Now in Legal Rebels:
Posted Jul 31, 2007 03:30 pm CDT
Mortgage foreclosures nationwide were up by 58 percent during the first half of 2007, compared to the first half of 2006.
That translates to a total of 573,397 homes at some point in the foreclosure process between January and June 2007, from a notice of default to repossession, reports the Associated Press. In a more preliminary sign of trouble, he number of foreclosure notices sent during that period was 925,986. The highest percentage of foreclosures is occurring among owners in California, followed by Florida, according to RealtyTrac data.
“We could easily surpass 2 million foreclosure filings by the end of the year, which would represent a year-over-year increase of over 65 percent,” says James J. Saccaciom, RealtyTrac’s chief executive officer.
Foreclosures reportedly soared by 800 percent in California in the second quarter of 2007, compared to 2006, according to data from a different tracking company, as previously discussed by ABAJournal.com. And they tripled in several South Florida counties near Miami during the first half of 2007, compared to the same period last year, AP says. Overall, Florida foreclosures are up 77 percent compared to last year.
Ohio and Texas also had very high numbers of foreclosures, and Arizona was among the top 10 states with foreclosure spikes, according to another version of the AP article.
Adjustable-rate mortgages which offer artificially low initial payments, and may also permit payments that do not even cover the monthly interest on the loan, are a major reason why homeowners are now experiencing sticker shock as payments skyrocket to cover the actual cost of the loan at a higher interest rate, according to Martin Hymowitz. He is chief executive of Mortgage Wholesalers of Florida, a subprime lender based in Plantation that he says offers only fixed-rate mortgages.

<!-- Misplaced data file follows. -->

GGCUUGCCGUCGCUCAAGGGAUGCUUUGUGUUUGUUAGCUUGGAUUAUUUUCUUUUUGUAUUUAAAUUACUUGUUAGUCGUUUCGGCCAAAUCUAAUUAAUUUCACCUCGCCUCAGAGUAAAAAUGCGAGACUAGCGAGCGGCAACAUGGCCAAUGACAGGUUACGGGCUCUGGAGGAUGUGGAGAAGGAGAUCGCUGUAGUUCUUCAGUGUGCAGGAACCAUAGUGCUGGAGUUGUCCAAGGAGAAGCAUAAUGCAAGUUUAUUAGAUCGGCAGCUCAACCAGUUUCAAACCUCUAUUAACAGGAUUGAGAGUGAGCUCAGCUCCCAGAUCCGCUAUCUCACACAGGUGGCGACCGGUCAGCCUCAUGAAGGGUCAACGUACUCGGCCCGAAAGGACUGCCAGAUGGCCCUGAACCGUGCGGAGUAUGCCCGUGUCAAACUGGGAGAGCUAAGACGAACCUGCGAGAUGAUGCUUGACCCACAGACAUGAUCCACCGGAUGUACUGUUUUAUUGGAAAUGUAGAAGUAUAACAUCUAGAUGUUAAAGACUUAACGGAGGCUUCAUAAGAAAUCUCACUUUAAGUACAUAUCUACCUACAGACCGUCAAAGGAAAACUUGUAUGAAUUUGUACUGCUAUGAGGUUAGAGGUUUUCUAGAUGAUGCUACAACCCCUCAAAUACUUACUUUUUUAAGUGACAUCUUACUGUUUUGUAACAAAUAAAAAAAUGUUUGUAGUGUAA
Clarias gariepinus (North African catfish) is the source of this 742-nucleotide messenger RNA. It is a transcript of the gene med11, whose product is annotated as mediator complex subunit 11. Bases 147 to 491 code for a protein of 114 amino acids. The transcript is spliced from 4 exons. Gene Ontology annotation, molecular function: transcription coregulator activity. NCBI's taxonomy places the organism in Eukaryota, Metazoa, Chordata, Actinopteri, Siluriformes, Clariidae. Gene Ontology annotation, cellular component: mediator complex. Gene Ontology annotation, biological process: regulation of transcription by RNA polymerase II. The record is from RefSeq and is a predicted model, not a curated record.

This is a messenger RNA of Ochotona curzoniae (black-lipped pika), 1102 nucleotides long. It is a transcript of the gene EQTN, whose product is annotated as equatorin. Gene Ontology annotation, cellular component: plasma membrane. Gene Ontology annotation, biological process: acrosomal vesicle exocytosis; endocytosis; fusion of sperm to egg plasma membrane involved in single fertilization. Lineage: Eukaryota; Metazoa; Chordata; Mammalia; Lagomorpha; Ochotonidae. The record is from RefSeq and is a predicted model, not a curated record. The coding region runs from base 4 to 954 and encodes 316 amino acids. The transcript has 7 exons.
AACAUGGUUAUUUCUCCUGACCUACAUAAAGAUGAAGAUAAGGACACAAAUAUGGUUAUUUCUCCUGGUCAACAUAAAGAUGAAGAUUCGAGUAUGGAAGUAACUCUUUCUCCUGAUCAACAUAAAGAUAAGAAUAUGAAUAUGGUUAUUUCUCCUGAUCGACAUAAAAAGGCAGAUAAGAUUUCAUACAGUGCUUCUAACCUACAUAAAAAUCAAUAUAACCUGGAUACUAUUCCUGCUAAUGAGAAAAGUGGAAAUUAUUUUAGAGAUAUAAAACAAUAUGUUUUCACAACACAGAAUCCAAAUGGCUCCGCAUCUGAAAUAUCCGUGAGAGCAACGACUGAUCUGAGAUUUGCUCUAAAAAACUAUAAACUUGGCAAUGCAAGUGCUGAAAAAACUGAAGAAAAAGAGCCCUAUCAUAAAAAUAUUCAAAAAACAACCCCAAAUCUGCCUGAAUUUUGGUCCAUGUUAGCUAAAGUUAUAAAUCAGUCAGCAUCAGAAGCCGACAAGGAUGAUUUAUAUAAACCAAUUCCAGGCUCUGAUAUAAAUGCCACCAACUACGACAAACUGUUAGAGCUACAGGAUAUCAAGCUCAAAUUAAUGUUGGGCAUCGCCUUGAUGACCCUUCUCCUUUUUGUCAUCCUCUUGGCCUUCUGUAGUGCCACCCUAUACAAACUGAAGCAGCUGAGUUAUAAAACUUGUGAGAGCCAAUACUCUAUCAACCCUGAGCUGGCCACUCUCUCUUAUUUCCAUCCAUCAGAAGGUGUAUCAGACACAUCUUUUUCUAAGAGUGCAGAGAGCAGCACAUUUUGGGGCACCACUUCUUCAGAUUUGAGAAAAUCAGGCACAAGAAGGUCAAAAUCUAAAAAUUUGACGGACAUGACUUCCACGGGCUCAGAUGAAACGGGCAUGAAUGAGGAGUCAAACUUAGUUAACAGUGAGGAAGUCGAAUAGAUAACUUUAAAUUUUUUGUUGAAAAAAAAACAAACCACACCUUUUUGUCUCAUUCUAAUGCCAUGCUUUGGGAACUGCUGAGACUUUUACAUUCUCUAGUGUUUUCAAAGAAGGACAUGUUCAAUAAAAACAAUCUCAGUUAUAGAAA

One owner who is struggling but isn’t yet in foreclosure is Rene Asor, a resident of Key West. When his mortgage reset a few months ago, the payment shot up from $2,400 to $3,799. After falling behind, he caught up again but doesn’t think he can stay on top of the payments for long.
Back when property values were rising, homeowners refinanced to get out of trouble like this. But now, especially with damaged credit due to his late payments, Asor doesn’t see that as an option. ”I’m going to go into foreclosure,” Asor he says. “Even to do a refinance it costs more money, the closing and all that.”